Addressing the Combined Commanders Conference, Rajnath Singh stated, ‘We are working towards increasing jointness in the armed forces. The optimal utilisation of our resources and rationalisation of manpower holds the key to jointness and better coordination between the forces.’[i] He added, ‘Our enhanced defence capabilities will allow us to be better prepared for contingencies.’[ii] However, actions undertaken by the forces present a picture of moving away from jointness,rather than towards it.
Inputs state that the three services have unanimously agreed to purchase MQ-9B Predator UAVs manufactured by San Diego-based General Atomics of the US at a cost of USD 3 Billion. These will be procured at a scale of 10 per service.[iii] It has also been highlighted that there would be some changes in configuration to suit individual service requirements. This has been billed as the first joint procurement by the armed forces. This decision comes prior to the visit of US defence secretary, Llyod Austin to India. It is likely that the deal would be announced during his visit. All earlier drone purchases were unarmed and solely for surveillance.
There is no doubt that armed UAVs are a necessity as, despite talks and a ceasefire, tensions with both, China and Pakistan continue unabated. Technologically, the US Predator is the most superior UAVs currently in service. The Predator, which India seeks, can fly for 40 hours and carry a payload of about 1,700 kilograms and is HALE (High Altitude Long Endurance) implying it flies at an altitude of 25,000 ft and possesses a range of 400 nautical miles.[iv] The nature of payload can vary depending on the mission for which it is being launched.
This deal was discussed between the services in Nov last year but was rejected as one of them had red flagged the high cost as also annual maintenance charges of these UAVs. Each Predator UAV is expected to cost around Rs 900 crore and carries a 10 per cent annual maintenance charge.[v] It is evident that on account of their costing, multiple tasking and capabilities, these UAVs would be employed for strategic, or at the best, operational surveillance and targeting. There would a certain level of control over their employment.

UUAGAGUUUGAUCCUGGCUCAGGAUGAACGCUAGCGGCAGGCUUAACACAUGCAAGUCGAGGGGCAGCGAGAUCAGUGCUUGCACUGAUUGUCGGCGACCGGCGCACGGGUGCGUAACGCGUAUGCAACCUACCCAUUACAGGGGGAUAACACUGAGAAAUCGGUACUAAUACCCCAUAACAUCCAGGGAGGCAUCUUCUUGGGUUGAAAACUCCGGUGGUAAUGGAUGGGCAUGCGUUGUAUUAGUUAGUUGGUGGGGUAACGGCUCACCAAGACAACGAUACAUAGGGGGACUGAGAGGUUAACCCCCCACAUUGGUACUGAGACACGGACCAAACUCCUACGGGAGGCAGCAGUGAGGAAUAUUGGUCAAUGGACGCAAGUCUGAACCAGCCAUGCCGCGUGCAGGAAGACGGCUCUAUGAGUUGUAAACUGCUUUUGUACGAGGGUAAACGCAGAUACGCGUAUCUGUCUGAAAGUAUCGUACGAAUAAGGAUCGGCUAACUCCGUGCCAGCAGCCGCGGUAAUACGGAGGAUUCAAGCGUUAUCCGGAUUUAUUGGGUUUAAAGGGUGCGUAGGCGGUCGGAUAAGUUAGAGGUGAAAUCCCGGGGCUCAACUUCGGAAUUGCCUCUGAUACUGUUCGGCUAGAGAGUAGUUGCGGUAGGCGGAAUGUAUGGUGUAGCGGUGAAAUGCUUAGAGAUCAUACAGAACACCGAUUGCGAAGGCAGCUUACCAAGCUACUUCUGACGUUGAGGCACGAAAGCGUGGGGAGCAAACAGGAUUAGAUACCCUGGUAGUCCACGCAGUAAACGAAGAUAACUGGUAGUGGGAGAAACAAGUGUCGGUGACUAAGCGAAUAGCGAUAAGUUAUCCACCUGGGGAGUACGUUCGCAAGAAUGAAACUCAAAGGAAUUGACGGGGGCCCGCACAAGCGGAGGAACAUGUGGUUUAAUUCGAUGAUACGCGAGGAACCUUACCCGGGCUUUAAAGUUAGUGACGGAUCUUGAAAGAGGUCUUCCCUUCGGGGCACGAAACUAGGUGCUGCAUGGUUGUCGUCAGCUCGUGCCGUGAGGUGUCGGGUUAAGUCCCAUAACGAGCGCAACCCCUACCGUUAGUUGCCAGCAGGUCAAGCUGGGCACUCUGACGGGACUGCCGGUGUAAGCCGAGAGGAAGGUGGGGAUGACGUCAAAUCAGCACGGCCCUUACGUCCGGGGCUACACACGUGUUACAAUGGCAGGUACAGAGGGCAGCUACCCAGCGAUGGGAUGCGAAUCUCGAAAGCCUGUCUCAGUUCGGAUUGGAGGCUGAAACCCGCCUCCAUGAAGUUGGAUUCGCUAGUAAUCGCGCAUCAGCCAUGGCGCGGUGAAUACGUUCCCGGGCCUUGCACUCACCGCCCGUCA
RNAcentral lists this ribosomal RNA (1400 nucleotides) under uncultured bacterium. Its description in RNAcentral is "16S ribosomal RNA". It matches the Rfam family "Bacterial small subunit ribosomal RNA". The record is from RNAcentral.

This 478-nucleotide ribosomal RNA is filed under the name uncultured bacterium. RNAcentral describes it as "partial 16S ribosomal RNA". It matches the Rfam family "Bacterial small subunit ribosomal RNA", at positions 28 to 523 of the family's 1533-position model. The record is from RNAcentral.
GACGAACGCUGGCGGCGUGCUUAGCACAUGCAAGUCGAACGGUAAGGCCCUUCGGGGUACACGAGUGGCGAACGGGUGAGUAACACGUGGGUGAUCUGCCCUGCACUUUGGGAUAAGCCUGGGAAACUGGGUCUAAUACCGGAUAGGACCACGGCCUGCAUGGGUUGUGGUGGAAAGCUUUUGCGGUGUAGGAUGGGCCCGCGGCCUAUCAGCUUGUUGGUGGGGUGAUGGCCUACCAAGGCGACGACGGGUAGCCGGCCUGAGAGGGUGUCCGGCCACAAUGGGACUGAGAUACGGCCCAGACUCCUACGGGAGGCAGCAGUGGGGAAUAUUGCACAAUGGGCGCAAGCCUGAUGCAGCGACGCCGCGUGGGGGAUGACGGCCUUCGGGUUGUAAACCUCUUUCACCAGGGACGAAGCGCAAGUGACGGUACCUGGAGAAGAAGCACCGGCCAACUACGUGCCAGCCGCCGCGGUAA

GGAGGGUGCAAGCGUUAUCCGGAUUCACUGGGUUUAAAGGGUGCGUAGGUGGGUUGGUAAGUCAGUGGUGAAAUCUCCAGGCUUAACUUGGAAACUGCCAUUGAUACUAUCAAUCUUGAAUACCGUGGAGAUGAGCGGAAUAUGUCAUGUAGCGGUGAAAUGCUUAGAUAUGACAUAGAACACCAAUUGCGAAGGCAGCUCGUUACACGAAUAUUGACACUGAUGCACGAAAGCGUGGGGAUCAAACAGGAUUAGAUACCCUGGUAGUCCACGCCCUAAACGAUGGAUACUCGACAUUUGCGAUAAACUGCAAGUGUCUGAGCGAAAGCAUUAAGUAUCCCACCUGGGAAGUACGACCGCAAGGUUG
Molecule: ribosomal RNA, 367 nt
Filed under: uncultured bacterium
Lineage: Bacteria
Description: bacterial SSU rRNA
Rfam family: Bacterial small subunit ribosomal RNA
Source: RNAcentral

The allocation of 10 Predator UAVs per service leaves a doubt on the seriousness of the forces in creating the much- hyped theatre commands. If two theatre commands, Maritime and Air Defence, are expected to roll out this year and the balance, including land-based theatre commands in the coming year or two, then such major procurements should have been made keeping their employment in a theatre of operations in consideration.
Within a theatre all resources are expected to be deployed and employed as per the philosophy and planning of the theatre commander. It will not be individual services which would determine their employment and tasking, but the theatre commander. Since their employment would be central to a theatre, holding these resources at individual service levels neither makes sense nor does it fit into the overall operational plan, as services would never operate in individual silos within a theatre as is the current norm.
If deployment, employment and maintenance of Predator UAVs is the responsibility of one service, then coordination and training is better, despite whichever theatre it is employed. It is possible that in the current environment of limited budgets no single service was willing to bell the cat on account of its high cost and maintenance charges. This scenario has been created by the illogical budget announcement by the finance minister, ignoring ground reality.
Individual services are currently restricted by their share of capital procurement as announced by the finance minister, in her annual budget.[vi] On one side every national leader from the Prime Minister downwards continues harping on integration of forces, jointness, creating theatre commands and shedding single service silos, on the other, the finance minister announces individual service budgets for both, capital and revenue.
With a CDS in place and a Department of Military Affairs (DMA) established and operational, is there still a need to continue the age-old practice of single service allocations? Such an approach blocks any leeway within the forces to cater for major procurements, common to the three services as with the current procurement. Hence, it appears that orders for 10 for each service implies that all are bearing an equal share of the cost, despite their requirement being greater or smaller than the determined 10.
There is no doubt that theatre commands are well on the way to being established. Prior to the complete induction of the Predator UAVs, all theatre commands would have been formed and in the process of being operationalized. In such a scenario, it would have been ideal to nominate one service to be responsible for the employment of drones, despite them being procured from another service fund. This would ensure that a permanent cadre of specialists would be available for ensuring their serviceability and maximum exploitation.
Simultaneously there is a requirement of planning a joint operations centre at theatre command level, where demands from various subordinate formation are received and processed based on the overall directions of the theatre commander. The inputs received from the employment of these strategic drones is assessed and then subsequently shared across the spectrum.
Defence procurements take time to materialize. With theatre commands rolling out in the near future, all current procurements must be done keeping this in consideration. The current procurement plans belie this view. Simultaneously, the government must accept that with a CDS and DMA in place there is a need to change age-old practices of announcing single service budget allocations and let the forces handle their funds by themselves, rather than pushing it down their throats.